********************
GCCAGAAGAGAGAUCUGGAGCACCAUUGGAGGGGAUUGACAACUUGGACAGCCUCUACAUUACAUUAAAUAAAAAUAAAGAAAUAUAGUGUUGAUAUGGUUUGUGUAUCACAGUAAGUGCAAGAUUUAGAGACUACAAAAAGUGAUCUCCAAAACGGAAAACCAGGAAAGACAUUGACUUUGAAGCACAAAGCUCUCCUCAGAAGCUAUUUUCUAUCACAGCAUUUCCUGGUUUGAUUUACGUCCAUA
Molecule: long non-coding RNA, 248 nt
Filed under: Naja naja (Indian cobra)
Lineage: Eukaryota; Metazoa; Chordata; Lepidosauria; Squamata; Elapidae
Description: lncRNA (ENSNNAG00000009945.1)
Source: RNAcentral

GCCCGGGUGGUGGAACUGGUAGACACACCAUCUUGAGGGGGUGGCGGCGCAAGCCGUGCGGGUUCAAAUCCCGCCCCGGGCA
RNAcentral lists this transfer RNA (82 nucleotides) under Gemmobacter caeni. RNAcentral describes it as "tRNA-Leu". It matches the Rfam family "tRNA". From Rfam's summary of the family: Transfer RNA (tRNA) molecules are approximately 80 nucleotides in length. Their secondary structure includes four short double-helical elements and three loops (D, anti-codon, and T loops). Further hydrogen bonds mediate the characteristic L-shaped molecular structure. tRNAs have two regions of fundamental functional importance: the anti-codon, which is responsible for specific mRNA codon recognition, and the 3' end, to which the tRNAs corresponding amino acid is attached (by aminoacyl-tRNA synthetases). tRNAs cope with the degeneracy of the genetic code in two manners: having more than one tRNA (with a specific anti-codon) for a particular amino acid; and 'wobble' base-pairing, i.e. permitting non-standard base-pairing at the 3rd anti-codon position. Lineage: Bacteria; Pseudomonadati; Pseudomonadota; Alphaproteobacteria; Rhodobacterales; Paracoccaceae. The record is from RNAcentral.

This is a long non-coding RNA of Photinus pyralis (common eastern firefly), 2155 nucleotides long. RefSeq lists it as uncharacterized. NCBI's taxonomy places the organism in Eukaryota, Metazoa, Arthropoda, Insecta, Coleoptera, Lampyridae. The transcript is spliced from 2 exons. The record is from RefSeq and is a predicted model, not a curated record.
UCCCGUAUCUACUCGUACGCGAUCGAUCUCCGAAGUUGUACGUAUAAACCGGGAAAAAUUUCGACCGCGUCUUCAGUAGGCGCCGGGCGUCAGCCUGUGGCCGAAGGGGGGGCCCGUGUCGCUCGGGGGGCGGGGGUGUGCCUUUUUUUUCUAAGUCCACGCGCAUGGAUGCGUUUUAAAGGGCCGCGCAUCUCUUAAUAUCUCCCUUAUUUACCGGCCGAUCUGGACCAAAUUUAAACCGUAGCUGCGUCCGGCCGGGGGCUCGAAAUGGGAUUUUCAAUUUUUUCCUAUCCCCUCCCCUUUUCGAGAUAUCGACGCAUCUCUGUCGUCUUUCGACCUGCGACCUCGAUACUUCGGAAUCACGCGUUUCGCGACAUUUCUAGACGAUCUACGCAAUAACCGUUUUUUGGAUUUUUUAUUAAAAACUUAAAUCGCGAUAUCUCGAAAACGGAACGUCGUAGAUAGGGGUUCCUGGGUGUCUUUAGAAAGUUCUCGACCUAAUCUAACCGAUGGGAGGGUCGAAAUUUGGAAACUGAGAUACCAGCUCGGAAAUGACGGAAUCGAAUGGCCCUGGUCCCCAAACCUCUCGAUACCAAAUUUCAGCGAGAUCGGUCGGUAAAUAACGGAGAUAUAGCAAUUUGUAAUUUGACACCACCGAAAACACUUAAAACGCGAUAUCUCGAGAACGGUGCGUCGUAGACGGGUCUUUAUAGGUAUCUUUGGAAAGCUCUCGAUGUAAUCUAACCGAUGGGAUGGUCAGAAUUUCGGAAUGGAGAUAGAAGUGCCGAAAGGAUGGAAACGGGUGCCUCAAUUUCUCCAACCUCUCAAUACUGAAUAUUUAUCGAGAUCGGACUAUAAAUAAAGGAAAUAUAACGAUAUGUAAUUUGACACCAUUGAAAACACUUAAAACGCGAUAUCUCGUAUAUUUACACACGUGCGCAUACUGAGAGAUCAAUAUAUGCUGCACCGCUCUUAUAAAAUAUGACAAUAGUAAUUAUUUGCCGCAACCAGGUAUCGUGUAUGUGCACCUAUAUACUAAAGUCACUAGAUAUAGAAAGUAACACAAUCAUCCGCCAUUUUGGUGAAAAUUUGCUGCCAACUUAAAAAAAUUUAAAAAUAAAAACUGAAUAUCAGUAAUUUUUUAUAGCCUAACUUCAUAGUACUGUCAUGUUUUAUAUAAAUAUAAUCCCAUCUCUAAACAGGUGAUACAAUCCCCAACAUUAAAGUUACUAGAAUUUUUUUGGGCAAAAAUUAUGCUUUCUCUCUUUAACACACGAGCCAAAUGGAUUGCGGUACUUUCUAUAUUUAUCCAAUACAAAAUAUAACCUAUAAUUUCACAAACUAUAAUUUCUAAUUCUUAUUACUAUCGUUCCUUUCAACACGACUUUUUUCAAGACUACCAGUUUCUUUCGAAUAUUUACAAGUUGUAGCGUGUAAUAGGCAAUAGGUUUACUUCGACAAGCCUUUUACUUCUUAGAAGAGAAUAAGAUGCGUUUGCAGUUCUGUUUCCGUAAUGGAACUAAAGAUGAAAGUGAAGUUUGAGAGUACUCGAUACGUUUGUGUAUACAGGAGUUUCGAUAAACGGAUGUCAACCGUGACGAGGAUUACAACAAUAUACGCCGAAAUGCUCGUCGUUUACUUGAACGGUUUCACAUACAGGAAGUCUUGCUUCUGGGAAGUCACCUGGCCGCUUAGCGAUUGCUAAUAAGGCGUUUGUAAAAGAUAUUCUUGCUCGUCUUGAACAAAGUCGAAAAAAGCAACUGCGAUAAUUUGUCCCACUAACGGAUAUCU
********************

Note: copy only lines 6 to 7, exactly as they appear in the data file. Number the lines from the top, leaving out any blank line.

Source: RNAcentral

GCCCGGGUGGUGGAACUGGUAGACACACCAUCUUGAGGGGGUGGCGGCGCAAGCCGUGCGGGUUCAAAUCCCGCCCCGGGCA